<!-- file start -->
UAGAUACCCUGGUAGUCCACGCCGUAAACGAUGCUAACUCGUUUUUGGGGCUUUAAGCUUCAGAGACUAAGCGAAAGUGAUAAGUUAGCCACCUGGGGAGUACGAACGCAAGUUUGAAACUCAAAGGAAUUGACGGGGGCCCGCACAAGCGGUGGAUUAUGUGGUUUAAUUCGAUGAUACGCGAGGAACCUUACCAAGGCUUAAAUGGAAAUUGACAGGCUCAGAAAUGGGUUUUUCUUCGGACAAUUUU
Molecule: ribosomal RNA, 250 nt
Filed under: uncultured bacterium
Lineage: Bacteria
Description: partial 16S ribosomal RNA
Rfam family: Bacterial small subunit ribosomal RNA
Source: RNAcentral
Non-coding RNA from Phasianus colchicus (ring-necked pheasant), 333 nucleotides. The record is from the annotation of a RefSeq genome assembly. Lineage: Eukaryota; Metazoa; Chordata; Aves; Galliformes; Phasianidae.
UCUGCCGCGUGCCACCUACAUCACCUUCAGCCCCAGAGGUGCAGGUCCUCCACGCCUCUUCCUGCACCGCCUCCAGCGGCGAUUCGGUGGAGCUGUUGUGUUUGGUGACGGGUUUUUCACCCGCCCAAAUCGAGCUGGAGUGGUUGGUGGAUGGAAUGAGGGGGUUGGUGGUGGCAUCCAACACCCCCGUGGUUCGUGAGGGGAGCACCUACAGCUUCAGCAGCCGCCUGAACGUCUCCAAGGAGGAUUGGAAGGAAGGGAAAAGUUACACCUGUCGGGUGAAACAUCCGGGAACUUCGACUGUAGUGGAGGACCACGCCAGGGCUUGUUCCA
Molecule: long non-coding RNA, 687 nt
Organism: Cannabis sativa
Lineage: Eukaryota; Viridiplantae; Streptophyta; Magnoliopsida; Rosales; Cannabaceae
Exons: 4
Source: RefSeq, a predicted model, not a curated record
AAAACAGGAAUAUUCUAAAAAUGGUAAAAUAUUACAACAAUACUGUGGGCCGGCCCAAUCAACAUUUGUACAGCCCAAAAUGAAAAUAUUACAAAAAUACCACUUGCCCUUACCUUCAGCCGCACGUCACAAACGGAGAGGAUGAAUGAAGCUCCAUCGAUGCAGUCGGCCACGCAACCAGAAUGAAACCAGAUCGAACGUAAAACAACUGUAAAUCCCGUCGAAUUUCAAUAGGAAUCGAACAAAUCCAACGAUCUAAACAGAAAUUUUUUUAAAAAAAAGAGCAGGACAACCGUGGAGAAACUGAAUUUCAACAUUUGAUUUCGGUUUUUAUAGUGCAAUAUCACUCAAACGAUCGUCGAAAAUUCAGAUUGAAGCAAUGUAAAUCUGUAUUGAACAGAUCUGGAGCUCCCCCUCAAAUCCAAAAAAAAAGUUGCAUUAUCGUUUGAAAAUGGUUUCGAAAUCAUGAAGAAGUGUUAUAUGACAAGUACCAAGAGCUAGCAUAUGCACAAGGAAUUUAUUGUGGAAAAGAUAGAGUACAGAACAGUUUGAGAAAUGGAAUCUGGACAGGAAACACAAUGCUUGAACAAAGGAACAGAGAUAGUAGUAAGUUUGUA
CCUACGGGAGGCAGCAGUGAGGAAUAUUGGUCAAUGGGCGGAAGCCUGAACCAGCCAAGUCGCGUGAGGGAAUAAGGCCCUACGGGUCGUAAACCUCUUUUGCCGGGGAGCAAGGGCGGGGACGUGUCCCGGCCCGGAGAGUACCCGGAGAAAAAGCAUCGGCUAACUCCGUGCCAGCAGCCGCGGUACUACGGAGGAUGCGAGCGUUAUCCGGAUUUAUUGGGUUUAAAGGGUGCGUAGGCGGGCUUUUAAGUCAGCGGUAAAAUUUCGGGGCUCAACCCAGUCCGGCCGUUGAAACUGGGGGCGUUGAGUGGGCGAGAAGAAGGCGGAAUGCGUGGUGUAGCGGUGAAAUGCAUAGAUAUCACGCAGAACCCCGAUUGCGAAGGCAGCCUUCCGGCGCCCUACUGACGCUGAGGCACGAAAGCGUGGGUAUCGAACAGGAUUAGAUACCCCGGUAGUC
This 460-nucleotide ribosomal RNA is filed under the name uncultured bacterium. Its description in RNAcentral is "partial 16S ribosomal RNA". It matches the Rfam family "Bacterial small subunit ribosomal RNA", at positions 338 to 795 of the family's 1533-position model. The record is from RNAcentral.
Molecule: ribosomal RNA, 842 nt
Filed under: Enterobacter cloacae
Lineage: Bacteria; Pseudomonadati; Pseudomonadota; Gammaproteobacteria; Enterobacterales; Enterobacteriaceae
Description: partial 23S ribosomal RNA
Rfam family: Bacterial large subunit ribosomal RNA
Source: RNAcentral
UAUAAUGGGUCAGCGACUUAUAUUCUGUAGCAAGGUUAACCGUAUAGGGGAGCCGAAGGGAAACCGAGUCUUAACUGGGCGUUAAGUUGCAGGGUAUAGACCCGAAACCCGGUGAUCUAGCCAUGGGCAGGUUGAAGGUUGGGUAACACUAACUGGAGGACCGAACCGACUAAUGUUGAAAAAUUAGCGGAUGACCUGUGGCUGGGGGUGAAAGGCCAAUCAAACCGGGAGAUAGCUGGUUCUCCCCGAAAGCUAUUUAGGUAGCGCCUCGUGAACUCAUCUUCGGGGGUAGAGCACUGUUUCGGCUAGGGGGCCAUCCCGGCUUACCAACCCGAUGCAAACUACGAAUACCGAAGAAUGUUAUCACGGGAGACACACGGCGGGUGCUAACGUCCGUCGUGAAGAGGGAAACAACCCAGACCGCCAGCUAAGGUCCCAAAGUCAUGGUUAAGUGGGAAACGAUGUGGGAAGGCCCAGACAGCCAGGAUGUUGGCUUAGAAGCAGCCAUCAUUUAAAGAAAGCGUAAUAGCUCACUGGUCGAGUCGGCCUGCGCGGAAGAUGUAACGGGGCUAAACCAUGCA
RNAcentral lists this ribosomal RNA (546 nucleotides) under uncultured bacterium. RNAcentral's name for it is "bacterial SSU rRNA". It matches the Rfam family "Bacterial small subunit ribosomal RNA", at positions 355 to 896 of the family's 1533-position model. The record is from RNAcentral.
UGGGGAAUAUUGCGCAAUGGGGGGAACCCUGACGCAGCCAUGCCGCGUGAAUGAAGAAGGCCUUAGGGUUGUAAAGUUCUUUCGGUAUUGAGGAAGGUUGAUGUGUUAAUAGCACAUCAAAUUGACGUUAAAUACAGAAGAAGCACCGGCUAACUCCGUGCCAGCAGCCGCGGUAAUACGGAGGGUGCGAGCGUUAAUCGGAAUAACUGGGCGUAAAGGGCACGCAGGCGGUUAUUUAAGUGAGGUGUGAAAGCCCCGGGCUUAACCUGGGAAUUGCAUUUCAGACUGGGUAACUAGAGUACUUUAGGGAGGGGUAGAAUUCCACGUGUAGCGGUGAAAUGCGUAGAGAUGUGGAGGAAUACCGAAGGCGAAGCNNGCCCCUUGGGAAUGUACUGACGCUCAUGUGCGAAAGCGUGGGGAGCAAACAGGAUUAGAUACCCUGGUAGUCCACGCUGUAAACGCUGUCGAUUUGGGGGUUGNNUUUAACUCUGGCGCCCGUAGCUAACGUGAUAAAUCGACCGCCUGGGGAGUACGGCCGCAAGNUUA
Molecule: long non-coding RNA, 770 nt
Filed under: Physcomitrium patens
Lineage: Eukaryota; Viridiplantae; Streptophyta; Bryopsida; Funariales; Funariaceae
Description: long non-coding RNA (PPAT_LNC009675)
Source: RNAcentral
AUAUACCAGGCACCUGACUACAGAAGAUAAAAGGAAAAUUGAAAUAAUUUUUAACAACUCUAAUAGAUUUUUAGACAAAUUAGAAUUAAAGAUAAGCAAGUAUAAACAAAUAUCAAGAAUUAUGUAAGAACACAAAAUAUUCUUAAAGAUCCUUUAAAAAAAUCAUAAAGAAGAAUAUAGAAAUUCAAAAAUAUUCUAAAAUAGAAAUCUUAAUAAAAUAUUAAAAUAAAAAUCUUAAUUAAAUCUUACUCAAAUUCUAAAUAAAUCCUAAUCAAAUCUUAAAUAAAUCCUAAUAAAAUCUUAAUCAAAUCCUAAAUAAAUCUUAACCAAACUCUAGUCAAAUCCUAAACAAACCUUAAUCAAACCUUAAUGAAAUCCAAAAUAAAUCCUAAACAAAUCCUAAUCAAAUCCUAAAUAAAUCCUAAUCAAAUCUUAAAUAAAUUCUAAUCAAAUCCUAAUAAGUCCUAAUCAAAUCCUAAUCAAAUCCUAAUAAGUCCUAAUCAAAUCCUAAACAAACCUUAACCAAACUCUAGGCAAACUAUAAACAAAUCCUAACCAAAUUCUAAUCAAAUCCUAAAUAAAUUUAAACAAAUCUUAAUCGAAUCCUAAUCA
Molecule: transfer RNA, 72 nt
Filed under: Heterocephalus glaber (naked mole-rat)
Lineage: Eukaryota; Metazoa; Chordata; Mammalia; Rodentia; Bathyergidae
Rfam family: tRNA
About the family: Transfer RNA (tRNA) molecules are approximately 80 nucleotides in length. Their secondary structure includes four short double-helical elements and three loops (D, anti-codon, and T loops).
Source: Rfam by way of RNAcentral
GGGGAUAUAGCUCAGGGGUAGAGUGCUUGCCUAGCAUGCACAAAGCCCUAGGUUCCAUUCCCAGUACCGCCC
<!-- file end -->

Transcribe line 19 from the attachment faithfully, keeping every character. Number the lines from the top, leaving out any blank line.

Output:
Filed under: Enterobacter cloacae